On plastic bags use

These days, plastic bags aren’t very popular and for good reasons: plastic pollution is having a terrible effect on our environment. However, when used to package food, plastic can prevent a lot of food waste. Did you know that we waste nearly a third of all food produced? And salad and cooking leaves are some of the most wasted food items, along with bread. Plastic bags keep the veg fresh and stop food waste. Salad leaves and greens for cooking wilt very quickly when not wrapped. On a warm day, lettuce would not last an hour. Yet in a plastic bag, in the fridge, can remain fresh and good to eat for days.

Over the years we’ve heard the comment that people would prefer us to use less plastic bags or use paper bags or re-usable containers instead. So we looked into all the options and this is what we found:

Paper bags:

Paper good, plastic bad, right? Well, not quite. The carbon footprint of single use paper bags is significantly greater than that of plastic bags. The process of papermaking is very polluting and has a very large water footprint. Paper is also heavier than plastic, so it takes more fuel to transport than plastic. Paper bags cannot be re-used, once they’ve contained soil covered veg. Plastic bags can be rinsed out, dried and re-used. When a paper bag goes to landfill, it will decompose, releasing methane, a powerful greenhouse gas. Plastic bags can be recycled and used to make other plastic items. You can return any of the plastic packaging that we have used to wrap your veg and we’ll take it to the recycling facilities.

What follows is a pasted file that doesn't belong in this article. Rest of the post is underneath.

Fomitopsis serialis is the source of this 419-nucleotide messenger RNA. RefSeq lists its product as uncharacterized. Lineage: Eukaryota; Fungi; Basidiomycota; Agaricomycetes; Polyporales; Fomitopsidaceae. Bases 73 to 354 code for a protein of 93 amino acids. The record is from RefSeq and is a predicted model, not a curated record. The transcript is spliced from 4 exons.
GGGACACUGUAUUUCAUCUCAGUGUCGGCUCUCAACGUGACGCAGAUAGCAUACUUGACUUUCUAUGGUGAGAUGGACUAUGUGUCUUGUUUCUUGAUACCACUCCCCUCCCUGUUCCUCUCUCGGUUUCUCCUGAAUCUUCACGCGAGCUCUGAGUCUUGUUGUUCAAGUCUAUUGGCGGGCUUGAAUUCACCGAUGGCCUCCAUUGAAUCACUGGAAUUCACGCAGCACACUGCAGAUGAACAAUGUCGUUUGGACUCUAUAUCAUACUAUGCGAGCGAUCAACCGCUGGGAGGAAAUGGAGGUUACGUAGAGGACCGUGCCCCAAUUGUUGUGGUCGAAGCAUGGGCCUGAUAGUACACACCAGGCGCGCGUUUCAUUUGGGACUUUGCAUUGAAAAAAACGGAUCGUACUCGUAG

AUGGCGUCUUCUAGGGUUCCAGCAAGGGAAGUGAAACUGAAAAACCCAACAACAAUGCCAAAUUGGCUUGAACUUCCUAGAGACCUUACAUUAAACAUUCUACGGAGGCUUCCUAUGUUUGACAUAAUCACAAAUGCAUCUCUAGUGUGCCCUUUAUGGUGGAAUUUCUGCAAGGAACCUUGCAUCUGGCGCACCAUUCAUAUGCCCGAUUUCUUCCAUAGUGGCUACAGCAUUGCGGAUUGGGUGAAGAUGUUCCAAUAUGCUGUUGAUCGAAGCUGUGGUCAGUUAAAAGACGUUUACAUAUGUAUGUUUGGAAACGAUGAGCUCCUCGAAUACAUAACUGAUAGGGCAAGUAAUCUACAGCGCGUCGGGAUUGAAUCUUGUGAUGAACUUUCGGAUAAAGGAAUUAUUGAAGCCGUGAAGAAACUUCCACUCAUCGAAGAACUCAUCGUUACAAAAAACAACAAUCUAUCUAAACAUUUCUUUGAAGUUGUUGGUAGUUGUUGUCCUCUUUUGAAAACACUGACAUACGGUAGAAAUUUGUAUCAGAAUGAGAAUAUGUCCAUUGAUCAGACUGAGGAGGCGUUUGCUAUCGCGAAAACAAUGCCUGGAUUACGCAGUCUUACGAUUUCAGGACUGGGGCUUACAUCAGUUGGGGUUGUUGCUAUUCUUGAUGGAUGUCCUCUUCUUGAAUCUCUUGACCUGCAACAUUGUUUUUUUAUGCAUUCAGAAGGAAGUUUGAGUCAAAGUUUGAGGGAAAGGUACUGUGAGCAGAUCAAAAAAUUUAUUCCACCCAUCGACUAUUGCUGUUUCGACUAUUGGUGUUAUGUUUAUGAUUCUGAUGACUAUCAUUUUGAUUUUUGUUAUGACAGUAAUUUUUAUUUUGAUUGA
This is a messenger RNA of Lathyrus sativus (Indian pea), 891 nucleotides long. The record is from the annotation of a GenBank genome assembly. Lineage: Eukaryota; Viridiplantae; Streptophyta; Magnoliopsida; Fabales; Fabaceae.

Re-usable containers:

Although the vast majority of our customers are very good at bringing their bags back in time, each week we have to substitute between six and ten plastic bags because neither of the two GIG bags supplied were returned. This is problematic, as the plastic bags don’t work so well in our system (they don’t stand up when packing, don’t fit in the cupboard very well and they are harder to transport from the packing place to the cupboard without squashing the veg). So considering that, we can see a lot of problems in any re-usable containers getting returned in sufficient quantity and clean condition for them to not just reach the packing place, but each of the growing plots to be filled by the grower.

Other ideas:

  • Using newspaper to wrap veg: some printing inks are toxic, food hygiene regulations do not permit this.
  • Putting veg and fruit loose in the bag. We try and do this whenever possible, but because the veg come from a number of growers, the box scheme buys them in “portions” and this is how they get delivered to the packing space. We do buy some veg in bulk and these we weigh out when packing the bags, but this is very time consuming. Also sometimes we have to weigh them out into small bags because the veg are covered in soil. If we didn’t the customers’ bags would get very dirty very quickly.
  • Compostable plastic bags: we’re keeping an eye on developments in this area. Currently there are still a lot of issues: they are either made of food (corn starch, potato starch), can contain GMO (corn), they don’t compost in household compost and have to be send to industrial composting, their manufacturing process can have a massive carbon footprint, councils in this area can’t deal with them, so they go to landfill where they decompose and release methane. They are also expensive.

We have thought a lot about packaging because none of us like pollution and waste, but to get your veggies to you in a good, fresh condition, we do need to use some plastic bags. We choose to use good quality bags, so they can be re-used. And at the end of their life, you can return them to us and we’ll make sure they are recycled.

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